MacLean Law’s Retirement Spousal Support Reduction Lawyers handle cases where aging spousal support paying spouses wish to retire for health reasons or just to be able to retire like everyone else. For non-separated spouses this is usually a decision both spouses are in agreement on. But for separated spouses who are paying or receiving spousal support there is often disagreement on whether a person can retire and stop or at least reduce spousal support. Mandatory retirement no longer exists and people may work past 65. Our Retirement Spousal Support Reduction Lawyers help spouses deal with this potentially divisive issue and the financial fallout.
Call our Retirement Spousal Support Reduction Lawyers today across BC and in Calgary.
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Can a paying spouse retire at will and have their spousal support cease? Are they never able to retire or if they do must they use their savings to keep paying spousal support? What if they have a pension income and are starting a new venture that needs to retain profits so it can grow? In today’s blog, articled student, Fraser MacLean son of founder Lorne MacLean, QC explains the rules that apply.
A recent case of C.P. v. K.W.A. 2018 BCSC 332, explains how the Court will approach retirement when the spouses disagree over whether it is a good or bad idea.
Retirement Spousal Support Reduction Lawyers – The Law Explained
The Judge in CP v. KWA ultimately felt the husband’s decision to retire at 65 was reasonable, in part because he had substantial pension income and was starting a new business that needed capital retention and did not require the husband to pay support on an attributed income he would notionally have kept earning if he had not retired.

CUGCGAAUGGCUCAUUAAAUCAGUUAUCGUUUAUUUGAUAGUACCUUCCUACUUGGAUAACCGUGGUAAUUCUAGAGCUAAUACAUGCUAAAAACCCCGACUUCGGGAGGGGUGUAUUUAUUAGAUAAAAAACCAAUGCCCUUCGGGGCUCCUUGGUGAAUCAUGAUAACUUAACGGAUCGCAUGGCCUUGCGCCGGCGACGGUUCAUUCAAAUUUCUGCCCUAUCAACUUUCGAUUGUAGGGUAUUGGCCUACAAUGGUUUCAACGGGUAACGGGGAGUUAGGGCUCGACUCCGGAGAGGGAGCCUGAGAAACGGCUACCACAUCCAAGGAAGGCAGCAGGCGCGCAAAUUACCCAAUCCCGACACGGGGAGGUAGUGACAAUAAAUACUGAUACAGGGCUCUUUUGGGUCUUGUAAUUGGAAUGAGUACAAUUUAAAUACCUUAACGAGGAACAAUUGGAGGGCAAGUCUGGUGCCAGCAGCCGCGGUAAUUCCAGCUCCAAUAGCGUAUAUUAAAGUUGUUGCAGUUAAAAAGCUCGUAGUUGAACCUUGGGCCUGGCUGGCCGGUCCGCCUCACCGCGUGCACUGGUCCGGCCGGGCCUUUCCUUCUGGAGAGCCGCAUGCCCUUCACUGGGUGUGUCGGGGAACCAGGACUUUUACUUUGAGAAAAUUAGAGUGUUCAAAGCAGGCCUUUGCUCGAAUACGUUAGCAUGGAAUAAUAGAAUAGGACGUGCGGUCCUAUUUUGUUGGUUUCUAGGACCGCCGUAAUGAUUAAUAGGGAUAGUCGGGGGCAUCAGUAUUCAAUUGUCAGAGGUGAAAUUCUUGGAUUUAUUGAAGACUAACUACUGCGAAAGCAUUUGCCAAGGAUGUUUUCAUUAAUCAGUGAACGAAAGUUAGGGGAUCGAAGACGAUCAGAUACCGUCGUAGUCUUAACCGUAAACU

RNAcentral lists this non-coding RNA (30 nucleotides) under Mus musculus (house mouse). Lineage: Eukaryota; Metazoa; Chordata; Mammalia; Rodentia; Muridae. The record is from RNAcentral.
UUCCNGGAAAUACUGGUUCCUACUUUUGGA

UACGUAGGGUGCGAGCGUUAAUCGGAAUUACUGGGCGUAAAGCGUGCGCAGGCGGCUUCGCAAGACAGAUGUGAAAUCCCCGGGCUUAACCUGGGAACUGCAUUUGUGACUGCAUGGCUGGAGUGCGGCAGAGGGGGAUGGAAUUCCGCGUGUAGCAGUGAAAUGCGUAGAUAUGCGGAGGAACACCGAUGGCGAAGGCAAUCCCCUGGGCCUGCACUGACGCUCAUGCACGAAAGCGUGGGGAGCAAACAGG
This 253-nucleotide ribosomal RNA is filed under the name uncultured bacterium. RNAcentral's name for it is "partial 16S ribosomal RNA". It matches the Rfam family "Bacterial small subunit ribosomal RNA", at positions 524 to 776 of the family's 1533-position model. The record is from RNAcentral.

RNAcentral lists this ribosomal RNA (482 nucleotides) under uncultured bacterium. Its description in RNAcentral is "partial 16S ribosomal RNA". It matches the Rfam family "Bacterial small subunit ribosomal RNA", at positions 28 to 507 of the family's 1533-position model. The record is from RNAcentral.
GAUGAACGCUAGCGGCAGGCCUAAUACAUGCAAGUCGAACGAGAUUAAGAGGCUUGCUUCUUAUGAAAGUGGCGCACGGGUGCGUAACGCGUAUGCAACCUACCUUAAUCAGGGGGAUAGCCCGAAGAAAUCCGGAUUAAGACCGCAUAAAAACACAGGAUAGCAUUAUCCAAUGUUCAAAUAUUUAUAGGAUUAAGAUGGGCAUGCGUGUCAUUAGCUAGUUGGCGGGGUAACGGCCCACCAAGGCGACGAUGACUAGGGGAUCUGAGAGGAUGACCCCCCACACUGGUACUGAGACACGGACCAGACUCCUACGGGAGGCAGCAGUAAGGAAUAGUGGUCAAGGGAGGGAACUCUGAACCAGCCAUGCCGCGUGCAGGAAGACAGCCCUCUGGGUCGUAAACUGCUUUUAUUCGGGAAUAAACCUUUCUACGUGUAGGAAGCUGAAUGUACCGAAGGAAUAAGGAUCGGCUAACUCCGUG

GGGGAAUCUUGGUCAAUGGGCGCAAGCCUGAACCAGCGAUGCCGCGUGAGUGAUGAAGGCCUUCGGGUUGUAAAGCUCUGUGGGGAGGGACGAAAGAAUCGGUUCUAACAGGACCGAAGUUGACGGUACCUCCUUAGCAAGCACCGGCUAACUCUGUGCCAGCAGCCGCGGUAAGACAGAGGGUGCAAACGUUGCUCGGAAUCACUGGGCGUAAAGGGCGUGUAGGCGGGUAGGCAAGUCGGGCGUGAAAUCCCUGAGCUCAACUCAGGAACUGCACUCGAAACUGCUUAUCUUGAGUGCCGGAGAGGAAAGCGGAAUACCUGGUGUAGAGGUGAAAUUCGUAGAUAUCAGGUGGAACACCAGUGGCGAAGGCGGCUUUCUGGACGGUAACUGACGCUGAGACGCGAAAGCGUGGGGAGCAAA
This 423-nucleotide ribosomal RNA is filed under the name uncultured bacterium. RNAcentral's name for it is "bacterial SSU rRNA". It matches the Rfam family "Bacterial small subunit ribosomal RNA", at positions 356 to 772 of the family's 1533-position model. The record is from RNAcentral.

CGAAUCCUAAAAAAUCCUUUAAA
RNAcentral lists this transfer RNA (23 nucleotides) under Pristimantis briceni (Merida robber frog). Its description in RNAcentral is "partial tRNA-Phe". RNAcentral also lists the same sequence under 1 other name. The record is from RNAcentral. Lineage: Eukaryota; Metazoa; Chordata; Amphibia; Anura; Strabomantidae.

Here is the law that guided the Judge:
301 In situations where a spouse has retired, courts will look to the circumstances of the retirement to determine whether income should nevertheless be imputed. In Greco v. Greco, 2017 BCSC 172 (B.C. S.C.), Dorgan J. stated at para. 28:
 A payor spouse who has reached the expected age of retirement, or who retires for medical reasons, may fairly be relieved of an obligation to continue spousal support payments, or have that obligation reduced. However, a payor spousal may not be relieved of their spousal support obligations if the retirement is voluntary and the retirement was motivated by the desire to avoid maintenance payments: see Young v. Young, 2011 BCSC 887 at paras. 38-39.
302 However, a court does not need to conclude that a spouse is acting in bad faith or intentionally evading support obligations in order to impute income. Instead, the court must determine whether a spouse is earning to his or her capacity: see Beissner v. Matheusik, 2015 BCCA 308 (B.C. C.A.) at paras. 30, 44. The court in Beissner stated at para. 44:
Retirement Spousal Support Reduction Lawyers – Attributing Income Law
…The test for a finding of underemployment from Donovan v. Donovan, 2000 MBCA 80, was adopted by this Court in Watts v. Willie, 2004 BCCA 600 at para. 16, and followed in McCaffrey v. Paleolog, 2011 BCCA 378 at para. 46:
 In Donovan v. Donovan (2000), 190 D.L.R. (4th) 696, 2000 MBCA 80, Madam Justice Steel gave the judgment of the court and wrote at para. 21:
- There is a duty to seek employment in a case where a parent is healthy and there is no reason why the parent cannot work. It is “no answer for a person liable to support a child to say he is unemployed and does not intend to seek work or that his potential to earn income is an irrelevant factor” (Van Gool v. Van Gool(1998), 166 D.L.R. (4th) 528(B.C.C.A.)).
- When imputing income on the basis of intentional under-employment, a court must consider what is reasonable under the circumstances. The age, education, experience, skills and health of the parent are factors to be considered in addition to such matters as availability of work, freedom to relocate and other obligations.